Making Sense of the Molly Maguires

Making Sense of the Molly Maguires

Making Sense of the Molly Maguires

Making Sense of the Molly Maguires

Synopsis

Twenty Irish immigrants, suspected of belonging to a secret terrorist organization called the Molly Maguires, were executed in Pennsylvania in the 1870s for the murder of sixteen men. Ever since, there has been enormous disagreement over who the Molly Maguires were, what they did, and why they did it, as virtually everything we now know about the Molly Maguires is based on hostile descriptions of their contemporaries. Arguing that such sources are inadequate to serve as the basis for a factual narrative, Making Sense of the Molly Maguires examines the ideology behind the contemporary evidence to explain how and why a particular meaning came to be associated with the Molly Maguires in Ireland and Pennsylvania. At the same time, this book examines new archival evidence from Ireland that establishes that the American Molly Maguires were a rare transatlantic strand of the violent protest endemic in the Irish countryside. Combining social and cultural history, Making Sense of the Molly Maguires offers a new explanation of who the Molly Maguires were, as well as why people wrote and believed such curious things about them. In the process, it vividly retells one of the classic stories of American labor and immigration.

Excerpt

In the 1860s and 1870s, the anthracite coal fields of Pennsylvania drew national attention for their violence. After a series of assaults and killings, deep- rooted fears of a secret Irish terrorist organization hardened into certainty. Sixteen men were assassinated, most of them mine officials, and there were numerous beatings and acts of industrial sabotage. The culprits, it was believed, were members of the Molly Maguires, an oath-bound secret society imported from Ireland. Pinkerton detectives were sent into the anthracite district under cover and the hunt for the Molly Maguires culminated in a series of showcase trials. Twenty Irishmen were convicted of a range of heinous crimes and sentenced to be hanged. Their trials and executions were the spectacular climax to a singular episode in American history, one that remains shrouded in ambiguity.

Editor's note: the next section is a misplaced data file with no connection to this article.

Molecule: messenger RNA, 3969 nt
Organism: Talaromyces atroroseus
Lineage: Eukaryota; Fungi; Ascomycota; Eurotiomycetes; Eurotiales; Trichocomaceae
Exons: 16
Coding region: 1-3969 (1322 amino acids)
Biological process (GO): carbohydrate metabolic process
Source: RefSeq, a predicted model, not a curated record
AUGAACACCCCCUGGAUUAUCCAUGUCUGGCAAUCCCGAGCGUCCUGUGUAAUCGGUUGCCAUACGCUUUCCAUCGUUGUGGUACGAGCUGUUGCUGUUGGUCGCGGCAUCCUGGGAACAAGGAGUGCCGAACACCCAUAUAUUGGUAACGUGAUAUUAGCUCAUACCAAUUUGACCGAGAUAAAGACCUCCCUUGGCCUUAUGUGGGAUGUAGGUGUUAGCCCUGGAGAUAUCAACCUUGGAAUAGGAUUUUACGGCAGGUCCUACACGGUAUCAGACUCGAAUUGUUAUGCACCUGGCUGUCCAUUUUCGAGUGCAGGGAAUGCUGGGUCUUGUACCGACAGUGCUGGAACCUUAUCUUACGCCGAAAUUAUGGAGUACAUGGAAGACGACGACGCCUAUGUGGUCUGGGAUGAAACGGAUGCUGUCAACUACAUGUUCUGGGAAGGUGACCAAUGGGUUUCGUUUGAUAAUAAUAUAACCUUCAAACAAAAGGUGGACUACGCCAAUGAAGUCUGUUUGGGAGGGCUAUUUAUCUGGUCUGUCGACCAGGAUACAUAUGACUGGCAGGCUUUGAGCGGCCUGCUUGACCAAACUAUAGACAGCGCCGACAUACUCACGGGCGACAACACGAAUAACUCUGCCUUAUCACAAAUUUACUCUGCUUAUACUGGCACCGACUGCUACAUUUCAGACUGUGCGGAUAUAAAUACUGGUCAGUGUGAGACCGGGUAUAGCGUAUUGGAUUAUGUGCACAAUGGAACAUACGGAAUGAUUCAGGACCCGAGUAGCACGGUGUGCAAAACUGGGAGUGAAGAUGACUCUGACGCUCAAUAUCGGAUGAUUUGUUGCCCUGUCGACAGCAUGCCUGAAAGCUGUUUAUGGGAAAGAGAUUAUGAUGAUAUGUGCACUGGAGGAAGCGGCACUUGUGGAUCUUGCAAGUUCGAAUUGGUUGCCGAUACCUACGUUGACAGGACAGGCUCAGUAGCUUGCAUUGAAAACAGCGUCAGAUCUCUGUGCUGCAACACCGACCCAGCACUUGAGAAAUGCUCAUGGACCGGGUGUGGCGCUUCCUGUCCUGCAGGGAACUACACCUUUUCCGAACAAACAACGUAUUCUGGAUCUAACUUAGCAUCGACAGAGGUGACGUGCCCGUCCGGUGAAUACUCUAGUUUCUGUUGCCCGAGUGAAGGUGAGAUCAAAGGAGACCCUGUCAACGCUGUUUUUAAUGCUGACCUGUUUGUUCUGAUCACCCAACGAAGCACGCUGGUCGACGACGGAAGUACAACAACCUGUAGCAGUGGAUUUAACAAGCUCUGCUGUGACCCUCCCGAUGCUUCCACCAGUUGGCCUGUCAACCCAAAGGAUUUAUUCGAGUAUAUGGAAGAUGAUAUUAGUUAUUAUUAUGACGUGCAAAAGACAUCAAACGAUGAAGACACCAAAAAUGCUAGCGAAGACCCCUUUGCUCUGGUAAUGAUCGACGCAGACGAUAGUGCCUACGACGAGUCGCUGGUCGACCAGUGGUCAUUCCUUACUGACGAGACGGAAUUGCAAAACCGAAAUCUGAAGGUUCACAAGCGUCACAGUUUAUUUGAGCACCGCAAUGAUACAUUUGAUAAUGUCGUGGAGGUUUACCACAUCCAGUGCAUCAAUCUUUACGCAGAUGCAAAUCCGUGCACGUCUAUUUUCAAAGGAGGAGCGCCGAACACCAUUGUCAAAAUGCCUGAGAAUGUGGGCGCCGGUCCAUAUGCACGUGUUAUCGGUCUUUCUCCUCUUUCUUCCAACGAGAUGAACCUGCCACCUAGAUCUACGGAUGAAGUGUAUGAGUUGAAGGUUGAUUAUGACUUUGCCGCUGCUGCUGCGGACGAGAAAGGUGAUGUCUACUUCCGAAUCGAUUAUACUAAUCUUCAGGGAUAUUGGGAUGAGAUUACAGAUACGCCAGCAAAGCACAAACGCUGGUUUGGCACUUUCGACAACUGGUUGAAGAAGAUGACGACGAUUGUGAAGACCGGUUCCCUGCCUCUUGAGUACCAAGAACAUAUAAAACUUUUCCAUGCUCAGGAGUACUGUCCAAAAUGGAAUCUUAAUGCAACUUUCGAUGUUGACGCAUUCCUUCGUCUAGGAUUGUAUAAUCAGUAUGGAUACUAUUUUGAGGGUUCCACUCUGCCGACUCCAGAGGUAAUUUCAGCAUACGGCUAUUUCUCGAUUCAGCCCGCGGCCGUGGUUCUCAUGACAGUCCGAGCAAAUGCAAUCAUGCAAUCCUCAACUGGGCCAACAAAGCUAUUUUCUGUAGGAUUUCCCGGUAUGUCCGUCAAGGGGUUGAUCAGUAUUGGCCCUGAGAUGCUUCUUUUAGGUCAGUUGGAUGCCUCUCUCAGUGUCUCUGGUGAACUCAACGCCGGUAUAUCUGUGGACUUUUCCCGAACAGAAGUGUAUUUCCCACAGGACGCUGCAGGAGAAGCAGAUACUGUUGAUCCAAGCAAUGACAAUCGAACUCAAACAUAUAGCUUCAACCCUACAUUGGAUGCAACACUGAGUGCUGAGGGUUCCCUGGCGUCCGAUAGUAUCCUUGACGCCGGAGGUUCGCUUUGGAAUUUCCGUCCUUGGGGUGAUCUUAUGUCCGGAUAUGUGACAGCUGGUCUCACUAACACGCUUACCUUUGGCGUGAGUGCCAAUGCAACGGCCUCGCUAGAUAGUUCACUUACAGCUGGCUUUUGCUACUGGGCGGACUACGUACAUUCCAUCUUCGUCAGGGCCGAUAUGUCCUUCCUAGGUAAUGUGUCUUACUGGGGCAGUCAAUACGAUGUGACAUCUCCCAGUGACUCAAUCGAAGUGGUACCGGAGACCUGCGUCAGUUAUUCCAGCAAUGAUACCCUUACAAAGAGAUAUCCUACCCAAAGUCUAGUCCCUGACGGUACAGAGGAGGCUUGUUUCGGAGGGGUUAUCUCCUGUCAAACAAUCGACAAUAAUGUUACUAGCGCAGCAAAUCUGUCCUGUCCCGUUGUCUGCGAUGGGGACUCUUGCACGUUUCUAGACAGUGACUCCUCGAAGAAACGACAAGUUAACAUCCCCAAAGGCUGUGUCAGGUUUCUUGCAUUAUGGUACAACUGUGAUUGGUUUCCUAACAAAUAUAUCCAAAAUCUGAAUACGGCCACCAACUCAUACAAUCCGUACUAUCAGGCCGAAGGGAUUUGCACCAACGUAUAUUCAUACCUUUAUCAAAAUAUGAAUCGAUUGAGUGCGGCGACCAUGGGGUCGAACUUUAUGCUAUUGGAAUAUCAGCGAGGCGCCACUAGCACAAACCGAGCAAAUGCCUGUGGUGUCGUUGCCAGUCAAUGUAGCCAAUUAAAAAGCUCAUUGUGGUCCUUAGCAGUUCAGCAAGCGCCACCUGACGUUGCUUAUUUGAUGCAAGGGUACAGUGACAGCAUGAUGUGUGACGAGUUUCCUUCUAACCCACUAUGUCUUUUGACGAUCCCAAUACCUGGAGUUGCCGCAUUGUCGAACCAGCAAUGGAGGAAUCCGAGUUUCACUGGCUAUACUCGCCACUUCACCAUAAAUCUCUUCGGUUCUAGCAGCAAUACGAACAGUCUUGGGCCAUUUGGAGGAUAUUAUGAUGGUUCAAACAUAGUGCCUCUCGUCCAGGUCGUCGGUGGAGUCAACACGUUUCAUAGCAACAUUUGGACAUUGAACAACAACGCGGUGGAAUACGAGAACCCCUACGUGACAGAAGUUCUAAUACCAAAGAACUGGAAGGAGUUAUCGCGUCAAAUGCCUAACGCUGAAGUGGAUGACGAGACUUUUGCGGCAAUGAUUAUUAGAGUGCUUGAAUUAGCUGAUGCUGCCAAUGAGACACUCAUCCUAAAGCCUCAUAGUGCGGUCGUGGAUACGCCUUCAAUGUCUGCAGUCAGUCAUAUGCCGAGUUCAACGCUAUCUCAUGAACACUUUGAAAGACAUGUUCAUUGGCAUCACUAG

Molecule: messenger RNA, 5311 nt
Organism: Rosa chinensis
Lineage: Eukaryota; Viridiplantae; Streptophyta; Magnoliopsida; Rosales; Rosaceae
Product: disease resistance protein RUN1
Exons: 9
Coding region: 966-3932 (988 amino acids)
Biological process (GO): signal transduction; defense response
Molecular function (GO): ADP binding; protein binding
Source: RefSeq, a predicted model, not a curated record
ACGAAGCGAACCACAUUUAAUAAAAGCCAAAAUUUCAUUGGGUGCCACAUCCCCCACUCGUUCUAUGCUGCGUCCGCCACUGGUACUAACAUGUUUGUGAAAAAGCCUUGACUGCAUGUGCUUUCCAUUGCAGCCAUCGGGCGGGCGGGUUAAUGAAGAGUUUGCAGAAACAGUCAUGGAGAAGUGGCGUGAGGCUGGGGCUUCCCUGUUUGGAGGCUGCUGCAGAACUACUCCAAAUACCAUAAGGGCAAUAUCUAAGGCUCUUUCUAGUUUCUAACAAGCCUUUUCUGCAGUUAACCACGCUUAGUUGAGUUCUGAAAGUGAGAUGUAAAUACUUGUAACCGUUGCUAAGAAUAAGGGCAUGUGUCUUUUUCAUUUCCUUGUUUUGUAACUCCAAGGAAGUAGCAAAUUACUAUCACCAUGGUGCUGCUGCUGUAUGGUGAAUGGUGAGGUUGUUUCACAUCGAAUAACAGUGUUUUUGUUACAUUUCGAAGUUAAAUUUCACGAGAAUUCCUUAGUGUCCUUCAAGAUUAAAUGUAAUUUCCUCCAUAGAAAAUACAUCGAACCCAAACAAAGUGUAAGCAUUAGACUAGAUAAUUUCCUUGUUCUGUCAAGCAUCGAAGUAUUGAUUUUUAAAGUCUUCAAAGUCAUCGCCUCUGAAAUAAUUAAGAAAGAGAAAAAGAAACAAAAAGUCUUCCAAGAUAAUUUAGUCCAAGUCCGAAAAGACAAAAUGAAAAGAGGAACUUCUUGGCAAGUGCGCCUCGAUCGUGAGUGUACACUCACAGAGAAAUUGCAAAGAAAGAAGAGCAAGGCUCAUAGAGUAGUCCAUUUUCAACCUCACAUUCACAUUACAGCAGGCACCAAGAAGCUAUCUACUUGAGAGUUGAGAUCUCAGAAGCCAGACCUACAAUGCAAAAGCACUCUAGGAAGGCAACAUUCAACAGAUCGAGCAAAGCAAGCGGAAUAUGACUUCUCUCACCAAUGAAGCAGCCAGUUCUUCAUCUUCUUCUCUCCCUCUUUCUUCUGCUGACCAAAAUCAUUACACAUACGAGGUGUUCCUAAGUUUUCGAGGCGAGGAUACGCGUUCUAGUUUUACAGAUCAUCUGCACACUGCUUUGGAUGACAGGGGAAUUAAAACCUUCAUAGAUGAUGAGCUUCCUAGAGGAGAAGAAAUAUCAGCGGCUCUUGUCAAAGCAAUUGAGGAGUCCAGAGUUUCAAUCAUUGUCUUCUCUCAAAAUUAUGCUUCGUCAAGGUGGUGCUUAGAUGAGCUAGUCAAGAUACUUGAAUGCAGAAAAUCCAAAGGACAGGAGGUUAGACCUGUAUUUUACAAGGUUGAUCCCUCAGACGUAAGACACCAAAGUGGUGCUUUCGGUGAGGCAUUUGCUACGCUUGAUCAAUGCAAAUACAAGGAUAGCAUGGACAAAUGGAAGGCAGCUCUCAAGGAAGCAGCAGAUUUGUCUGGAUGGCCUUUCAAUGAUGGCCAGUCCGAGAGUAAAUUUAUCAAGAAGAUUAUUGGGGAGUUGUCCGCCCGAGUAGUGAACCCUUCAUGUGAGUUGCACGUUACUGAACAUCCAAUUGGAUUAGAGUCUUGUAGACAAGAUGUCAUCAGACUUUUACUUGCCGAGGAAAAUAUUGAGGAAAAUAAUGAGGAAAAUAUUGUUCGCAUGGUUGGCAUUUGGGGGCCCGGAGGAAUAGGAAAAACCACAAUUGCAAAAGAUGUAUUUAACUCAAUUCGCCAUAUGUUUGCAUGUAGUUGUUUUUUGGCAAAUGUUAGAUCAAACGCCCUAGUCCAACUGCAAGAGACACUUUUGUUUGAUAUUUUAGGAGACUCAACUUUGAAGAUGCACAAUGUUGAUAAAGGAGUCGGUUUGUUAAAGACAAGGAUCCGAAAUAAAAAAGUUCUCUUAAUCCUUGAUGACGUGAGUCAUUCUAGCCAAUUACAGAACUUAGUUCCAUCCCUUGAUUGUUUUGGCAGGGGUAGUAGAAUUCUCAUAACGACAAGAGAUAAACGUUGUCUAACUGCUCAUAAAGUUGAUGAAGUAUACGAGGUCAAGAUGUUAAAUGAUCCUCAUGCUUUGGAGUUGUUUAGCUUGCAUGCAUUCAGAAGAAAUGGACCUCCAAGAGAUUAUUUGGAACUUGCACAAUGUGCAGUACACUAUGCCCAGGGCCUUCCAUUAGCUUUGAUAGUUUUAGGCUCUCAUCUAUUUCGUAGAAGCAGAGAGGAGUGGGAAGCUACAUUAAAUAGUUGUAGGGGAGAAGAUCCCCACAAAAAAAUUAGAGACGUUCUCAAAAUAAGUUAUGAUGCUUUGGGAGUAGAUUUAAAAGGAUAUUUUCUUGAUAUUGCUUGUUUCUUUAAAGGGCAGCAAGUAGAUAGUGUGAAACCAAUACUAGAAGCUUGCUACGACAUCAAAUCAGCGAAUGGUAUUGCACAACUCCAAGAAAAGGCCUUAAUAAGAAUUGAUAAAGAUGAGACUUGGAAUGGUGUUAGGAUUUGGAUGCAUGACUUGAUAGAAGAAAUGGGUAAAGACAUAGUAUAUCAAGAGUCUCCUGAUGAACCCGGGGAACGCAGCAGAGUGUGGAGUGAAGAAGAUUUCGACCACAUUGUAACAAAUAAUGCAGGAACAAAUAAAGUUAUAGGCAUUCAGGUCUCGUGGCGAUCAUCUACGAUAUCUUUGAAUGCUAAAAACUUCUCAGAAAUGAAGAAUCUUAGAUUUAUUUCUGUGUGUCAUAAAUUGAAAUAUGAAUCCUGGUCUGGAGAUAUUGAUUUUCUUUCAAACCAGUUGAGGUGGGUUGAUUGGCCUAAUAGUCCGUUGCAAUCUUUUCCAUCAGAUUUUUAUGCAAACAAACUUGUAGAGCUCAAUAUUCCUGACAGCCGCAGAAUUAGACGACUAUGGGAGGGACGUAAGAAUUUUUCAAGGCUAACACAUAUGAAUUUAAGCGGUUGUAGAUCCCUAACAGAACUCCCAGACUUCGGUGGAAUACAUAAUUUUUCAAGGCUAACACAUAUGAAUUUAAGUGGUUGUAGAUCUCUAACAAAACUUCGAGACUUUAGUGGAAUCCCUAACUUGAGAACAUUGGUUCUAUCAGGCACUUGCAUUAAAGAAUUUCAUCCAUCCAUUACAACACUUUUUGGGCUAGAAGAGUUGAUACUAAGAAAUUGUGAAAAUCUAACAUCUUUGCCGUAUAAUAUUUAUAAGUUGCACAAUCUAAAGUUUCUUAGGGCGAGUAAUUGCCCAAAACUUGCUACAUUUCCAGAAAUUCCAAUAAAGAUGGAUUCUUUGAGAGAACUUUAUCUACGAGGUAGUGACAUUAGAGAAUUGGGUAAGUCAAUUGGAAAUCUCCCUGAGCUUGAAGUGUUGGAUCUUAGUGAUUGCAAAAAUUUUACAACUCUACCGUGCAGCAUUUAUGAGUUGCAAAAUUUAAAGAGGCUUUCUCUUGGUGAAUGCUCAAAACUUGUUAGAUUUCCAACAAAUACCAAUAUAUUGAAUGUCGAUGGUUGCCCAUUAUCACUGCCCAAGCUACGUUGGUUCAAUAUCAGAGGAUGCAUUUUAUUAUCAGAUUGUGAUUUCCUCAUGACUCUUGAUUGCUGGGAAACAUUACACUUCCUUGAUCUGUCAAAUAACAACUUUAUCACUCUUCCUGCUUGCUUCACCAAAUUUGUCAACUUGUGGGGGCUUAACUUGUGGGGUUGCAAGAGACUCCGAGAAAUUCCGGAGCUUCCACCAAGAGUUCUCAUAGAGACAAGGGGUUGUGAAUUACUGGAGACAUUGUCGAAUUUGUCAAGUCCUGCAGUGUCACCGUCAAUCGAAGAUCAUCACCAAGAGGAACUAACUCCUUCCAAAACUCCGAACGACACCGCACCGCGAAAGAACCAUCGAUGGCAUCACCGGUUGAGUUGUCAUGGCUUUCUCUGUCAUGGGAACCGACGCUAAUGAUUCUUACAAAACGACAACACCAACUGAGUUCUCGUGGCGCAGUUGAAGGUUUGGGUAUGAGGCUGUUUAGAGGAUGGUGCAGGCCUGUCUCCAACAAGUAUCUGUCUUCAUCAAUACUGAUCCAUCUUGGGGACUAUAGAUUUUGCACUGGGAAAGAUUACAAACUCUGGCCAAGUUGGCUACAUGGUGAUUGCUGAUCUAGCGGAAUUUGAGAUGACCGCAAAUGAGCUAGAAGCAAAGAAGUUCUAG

Because of the uncertainties built into the subject, the Molly Maguires have been depicted in every imaginable way, from sociopaths and terrorists at one end of the spectrum to innocent victims and proletarian revolutionaries at the other. But ever since the 1870s one specific narrative has been dominant: the Molly Maguires as inherently evil Irishmen who terrorized the anthracite region for two decades before being brought to justice by the heroic exploits of James McParlan, a Pinkerton detective. This interpretation dominated the newspapers, pamphlets, and local histories of the time, as well as the first full-length books devoted to the subject, Allan Pinkerton's semifictional work, The Molly Maguires and the Detectives, and Francis P. Dewees's ostensibly factual . . .

Search by... Author
Show... All Results Primary Sources Peer-reviewed

Oops!

An unknown error has occurred. Please click the button below to reload the page. If the problem persists, please try again in a little while.